Heaven's Gate

Released before home video could be counted on to save a studio’s bottom line on just about any flop, 1980’s Heaven’s Gate is one of the all-time box-office bombs. Back then, disasters like this took down careers, and few falls were faster or farther than director Michael Cimino’s, who made this notoriously expensive Western as his follow-up to the Oscar-winning juggernaut The Deer Hunter. His career never recovered, and Heaven’s Gate almost single-handedly ended the reign of the director within the Hollywood studio system that produced so many great auteur films in the 1970s.

So, cut to 2012, and Criterion has given this tale of 1890s Wyoming’s anti-immigrant cattle wars another chance on Blu-ray, giving full deference to Cimino’s vision with this 216-minute director’s cut. Typically the only thing I like more than a Western is a long Western, but I met my match in this one; this review is based on the 124 minutes of Heaven’s Gate I could stand to watch. My take is best analogized by a scene an hour and 25 minutes into the movie: Kris Kristofferson’s James Averill meets his love interest (a gorgeous Isabelle Huppert), who takes off all of her clothes and runs around the house and then to bed. Seems like something passionate is about to happen. But instead of sealing the deal, they just kind of poop out before walking to the barn to look at a horse and carriage. Sigh. The only things clearly apparent in the confused narrative are that a bunch of rich guys want to wipe out a bunch of immigrant farmers, and Kristofferson is in a love triangle with Huppert and Christopher Walken. It’s excruciatingly slow and boring, and the relationships, politics, and geography are impenetrably murky.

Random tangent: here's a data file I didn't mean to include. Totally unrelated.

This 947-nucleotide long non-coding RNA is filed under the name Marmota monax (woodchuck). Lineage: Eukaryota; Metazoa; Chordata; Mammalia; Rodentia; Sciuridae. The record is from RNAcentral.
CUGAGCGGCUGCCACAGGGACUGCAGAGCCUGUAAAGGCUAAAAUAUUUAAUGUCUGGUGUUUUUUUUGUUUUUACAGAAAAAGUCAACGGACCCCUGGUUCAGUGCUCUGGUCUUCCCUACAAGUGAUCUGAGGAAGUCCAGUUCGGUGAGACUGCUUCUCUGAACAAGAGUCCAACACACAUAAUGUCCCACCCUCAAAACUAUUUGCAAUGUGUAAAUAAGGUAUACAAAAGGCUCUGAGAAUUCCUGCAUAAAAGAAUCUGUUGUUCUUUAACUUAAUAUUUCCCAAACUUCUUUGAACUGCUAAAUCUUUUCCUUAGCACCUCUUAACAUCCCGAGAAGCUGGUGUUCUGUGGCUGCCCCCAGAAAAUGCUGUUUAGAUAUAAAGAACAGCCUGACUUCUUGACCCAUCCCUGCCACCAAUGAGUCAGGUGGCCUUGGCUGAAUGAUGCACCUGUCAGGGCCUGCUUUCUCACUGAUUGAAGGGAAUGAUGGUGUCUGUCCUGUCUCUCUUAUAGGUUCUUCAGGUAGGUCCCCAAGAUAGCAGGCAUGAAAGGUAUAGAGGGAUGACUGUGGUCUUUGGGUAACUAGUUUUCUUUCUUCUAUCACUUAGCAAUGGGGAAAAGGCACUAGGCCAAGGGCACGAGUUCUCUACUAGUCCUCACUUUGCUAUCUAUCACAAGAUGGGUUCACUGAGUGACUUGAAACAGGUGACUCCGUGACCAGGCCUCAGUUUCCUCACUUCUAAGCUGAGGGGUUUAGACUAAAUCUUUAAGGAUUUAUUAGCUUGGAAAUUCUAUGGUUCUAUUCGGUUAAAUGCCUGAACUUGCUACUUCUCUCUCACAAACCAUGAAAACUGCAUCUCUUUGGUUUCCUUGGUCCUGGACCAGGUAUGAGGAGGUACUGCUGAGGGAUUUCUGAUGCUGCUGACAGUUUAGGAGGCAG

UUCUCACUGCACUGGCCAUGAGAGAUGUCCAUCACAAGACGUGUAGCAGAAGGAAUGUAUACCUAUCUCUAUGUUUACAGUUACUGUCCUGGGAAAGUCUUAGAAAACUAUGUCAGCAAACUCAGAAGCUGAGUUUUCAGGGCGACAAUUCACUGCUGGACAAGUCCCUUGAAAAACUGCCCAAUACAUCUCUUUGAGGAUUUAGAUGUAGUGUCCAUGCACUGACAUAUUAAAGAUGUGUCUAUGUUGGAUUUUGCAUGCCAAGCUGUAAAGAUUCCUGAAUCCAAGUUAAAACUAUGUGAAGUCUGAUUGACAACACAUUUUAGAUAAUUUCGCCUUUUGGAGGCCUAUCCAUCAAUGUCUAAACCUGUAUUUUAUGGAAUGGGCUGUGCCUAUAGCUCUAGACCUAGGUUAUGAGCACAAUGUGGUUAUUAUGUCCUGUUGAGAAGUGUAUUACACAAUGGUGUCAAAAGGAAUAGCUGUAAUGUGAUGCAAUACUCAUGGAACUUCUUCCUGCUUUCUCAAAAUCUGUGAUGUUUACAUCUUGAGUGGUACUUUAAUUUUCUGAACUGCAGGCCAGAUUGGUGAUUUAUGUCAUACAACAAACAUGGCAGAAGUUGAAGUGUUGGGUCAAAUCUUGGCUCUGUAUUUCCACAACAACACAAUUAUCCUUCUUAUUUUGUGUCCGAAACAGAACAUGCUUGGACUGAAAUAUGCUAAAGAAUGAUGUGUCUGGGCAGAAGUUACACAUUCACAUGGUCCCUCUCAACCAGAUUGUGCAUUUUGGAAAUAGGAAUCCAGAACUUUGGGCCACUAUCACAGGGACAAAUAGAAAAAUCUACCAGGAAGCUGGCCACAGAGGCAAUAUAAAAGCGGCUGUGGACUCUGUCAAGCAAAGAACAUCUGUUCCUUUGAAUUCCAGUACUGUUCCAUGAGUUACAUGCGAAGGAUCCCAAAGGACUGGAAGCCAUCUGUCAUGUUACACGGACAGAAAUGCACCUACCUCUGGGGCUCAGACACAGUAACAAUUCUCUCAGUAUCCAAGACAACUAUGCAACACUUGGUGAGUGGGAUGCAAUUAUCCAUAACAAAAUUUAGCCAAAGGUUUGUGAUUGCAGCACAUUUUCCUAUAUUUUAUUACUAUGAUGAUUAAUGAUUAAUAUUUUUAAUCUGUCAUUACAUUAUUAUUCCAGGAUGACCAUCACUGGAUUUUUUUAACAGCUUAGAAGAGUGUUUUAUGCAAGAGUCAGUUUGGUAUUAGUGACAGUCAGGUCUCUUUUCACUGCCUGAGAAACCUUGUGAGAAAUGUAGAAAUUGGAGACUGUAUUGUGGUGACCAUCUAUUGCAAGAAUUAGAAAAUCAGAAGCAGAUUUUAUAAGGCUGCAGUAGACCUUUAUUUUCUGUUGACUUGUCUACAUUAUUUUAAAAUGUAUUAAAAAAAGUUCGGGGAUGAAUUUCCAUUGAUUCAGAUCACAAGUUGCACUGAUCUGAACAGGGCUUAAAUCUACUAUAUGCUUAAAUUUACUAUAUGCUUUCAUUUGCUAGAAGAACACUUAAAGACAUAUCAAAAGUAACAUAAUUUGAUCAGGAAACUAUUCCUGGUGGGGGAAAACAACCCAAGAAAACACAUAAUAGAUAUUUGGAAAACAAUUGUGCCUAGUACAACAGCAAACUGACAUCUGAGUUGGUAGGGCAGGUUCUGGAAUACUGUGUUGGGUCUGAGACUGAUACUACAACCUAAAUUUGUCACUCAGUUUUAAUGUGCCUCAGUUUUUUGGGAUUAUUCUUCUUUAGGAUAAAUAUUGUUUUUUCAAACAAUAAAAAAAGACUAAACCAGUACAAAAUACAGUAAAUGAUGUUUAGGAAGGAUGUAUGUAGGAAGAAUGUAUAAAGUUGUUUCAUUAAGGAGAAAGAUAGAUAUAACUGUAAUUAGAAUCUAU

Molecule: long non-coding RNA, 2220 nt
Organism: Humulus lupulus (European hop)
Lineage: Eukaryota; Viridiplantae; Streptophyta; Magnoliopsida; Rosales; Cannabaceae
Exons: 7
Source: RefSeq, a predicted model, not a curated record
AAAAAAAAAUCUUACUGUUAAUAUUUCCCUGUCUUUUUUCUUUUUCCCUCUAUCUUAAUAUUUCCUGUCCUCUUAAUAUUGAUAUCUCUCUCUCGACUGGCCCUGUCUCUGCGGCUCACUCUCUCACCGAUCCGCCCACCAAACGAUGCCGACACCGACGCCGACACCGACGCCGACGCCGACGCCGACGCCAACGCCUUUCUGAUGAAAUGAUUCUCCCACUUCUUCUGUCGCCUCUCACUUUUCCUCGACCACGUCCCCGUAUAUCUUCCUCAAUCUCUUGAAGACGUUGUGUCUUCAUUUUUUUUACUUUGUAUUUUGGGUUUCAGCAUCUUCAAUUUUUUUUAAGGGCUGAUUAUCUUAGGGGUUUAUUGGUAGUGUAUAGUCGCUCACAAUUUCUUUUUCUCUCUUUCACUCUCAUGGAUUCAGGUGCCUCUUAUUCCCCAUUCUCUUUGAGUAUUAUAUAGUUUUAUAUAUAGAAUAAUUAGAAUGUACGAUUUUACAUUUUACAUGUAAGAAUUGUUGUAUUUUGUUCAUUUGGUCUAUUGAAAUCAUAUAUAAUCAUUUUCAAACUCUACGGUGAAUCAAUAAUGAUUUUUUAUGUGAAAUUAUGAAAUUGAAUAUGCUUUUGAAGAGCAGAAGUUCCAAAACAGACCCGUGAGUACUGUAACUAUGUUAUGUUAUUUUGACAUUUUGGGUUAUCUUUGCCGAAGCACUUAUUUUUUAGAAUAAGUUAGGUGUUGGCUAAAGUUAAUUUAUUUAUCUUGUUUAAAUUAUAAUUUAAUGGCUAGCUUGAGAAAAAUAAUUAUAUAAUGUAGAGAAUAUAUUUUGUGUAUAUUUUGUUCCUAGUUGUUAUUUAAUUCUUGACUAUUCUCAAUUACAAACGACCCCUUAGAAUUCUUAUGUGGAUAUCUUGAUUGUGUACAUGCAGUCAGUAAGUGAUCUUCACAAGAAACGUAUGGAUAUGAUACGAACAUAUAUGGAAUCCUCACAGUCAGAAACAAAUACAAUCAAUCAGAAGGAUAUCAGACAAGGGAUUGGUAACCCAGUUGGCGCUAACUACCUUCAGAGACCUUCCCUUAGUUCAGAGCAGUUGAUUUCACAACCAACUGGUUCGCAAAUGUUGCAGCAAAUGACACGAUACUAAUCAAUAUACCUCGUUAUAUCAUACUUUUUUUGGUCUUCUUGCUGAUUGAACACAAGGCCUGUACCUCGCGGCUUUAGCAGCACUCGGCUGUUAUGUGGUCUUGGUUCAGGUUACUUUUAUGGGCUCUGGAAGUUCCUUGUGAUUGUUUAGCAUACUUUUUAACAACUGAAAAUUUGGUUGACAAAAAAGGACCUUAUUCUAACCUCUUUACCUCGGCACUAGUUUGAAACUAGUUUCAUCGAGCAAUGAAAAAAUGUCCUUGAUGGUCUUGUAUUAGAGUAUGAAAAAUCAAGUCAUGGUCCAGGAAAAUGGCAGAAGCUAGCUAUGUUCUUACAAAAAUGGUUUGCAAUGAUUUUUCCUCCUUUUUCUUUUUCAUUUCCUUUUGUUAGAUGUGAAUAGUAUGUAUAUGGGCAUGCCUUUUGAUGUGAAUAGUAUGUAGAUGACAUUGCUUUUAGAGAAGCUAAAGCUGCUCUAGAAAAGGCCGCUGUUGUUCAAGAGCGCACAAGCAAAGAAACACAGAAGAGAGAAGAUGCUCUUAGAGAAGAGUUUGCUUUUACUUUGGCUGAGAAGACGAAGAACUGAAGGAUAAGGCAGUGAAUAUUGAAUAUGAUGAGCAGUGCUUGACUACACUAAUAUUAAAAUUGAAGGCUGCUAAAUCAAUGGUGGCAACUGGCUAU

However, picture ratings and words can’t describe the profound artistic statement by legendary cinematographer Vilmos Zsigmond. This indescribable visual artistry in photography is the only possible reason for slogging through this wretched film. The imagery looks like it’s painted with living light and is rendered with filmic grain and true beauty. The restored sound is mostly terrific, but in some scenes the sound effects drown the dialogue. The score is often achingly pretty if too dependent on “Blue Danube Waltz” as a theme and always sounds brilliant.

Noteworthy extras include new interviews with Kristofferson and soundtrack arranger David Mansfield. A gorgeous presentation of what remains, at any run time, one of the great duds of modern cinema.

Studio: Criterion, 1980
Aspect Ratio: 2.40:1
Audio Format: DTS-HD Master Audio 5.1
Length: 216 mins.
MPAA Rating: R
Director: Michael Cimino
Starring: Kris Kristofferson, Christopher Walken, John Hurt